15- Yangshuo, Guilin
Yangshuo is arguably the most beautiful place in China and the hills surrounding the Li River form the perfect backdrop for your photos.
Take a bamboo cruise down the river, visit the elephant hill or moon hill, take a gentle cycle ride through the countryside and hike through the beautiful rice terraces.
Another good reason to visit Yangshuo is you can stay in a hotel with a swimming pool for less than US$10 a night.
So head here for a bit of relaxation and recuperation and stunning scenery while travelling in China.
I hope you have enjoyed my list of the top 15 places to visit in China.
Overall, China offers so much to do as a traveller.
I can promise you that you will never regret choosing to add China to your next travel itinerary.
More Places To Visit in China
By Christina Pfeiffer
A two-hour flight from Beijing, Manzhouli in Inner Mongolia is a world away from China’s capital.
The temperature hovers around -26 degrees Celcius and although it’s freezing, you’ll be charmed by the snow-covered Russian-style architecture and the vast white winter landscape that looks like a scene from a Tolstoy novel.
As the city is eight kilometres from the Russian border and a two-hour drive to Mongolia, Russian and Mongolian influences in the architecture, culture and cuisine are strong.
The region around Manzhouli is almost a desert and there’s not a tree in sight. But surprisingly, most of the buildings in the city are majestic.
If you can handle the cold, the best time to visit is in winter, especially during the Manzhouli Ice and Snow Festival, when you will be amazed at the giant ice carvings of castles, cathedrals, animals and massive ice panels etched with landscapes.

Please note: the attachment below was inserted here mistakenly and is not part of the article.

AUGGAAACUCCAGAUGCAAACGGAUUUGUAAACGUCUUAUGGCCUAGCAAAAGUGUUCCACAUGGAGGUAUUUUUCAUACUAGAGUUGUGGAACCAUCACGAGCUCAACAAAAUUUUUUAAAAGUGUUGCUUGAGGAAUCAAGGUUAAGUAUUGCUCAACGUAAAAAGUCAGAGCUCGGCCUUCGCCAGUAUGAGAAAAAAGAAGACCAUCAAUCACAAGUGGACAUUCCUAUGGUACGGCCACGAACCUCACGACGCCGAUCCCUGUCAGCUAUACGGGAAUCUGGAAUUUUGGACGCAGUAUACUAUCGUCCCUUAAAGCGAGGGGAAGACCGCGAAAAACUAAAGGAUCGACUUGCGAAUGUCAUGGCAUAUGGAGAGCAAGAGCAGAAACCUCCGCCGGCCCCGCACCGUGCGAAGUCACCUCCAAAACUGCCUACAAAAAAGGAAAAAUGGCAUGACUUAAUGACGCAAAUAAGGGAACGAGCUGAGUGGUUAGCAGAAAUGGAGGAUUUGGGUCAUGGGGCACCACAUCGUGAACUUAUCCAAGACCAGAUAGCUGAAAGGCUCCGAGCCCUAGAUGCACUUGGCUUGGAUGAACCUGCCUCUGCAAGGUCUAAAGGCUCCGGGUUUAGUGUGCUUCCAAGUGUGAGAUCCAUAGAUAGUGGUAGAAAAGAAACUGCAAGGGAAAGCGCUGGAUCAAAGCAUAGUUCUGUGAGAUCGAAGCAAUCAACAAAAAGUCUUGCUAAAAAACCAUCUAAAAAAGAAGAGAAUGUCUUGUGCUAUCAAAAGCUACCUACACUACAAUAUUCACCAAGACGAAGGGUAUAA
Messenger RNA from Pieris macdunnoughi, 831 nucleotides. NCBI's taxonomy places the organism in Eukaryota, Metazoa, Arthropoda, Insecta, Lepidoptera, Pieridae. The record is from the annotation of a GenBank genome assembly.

As cities go, Guangzhou may not be as sexy as Shanghai or as buzzy as Beijing but regular visitors to China will know that Guangzhou is the country’s rising star, with luxury hotels popping up everywhere.
Where to stay in Guangzhou
- Four Seasons, Guangzhou – The Four Seasons is located at the heart of the Huacheng Square of Guangzhou’s CBD. The hotel has 344 rooms and 42 suites and the largest rooms in Guangzhou, with floor-to-ceiling windows that offer views of the Pearl River Delta and city.
Cobblestone laneways, slanting rooflines and thousand-year-old canals add to the intrigue of China’s Venice.
Lijiang was the capital of the Naxi kingdom, the largest of the 26 minority groups who live along the plains beneath the snow-covered mountains.
If you’re looking for a scenic destination in Fujian you’ll be interested to discover these Xiamen attractions.
Hainan Island is China’s version of Hawaii and is a tropical paradise along the South China Sea coastline.
This is a fast-growing hotspot with luxury resorts, hot springs, forests and temples.
With swaying palm trees, beaches and golf courses, Sanya is China’s southernmost tropical seaside resort city located on the same latitude as Hawaii.
Explore the temples, bell garden and statues at the Nanshan Cultural Tourism Zone, which is home to a 108m Kwan Yin statue with three sides – peace, wisdom and mercy.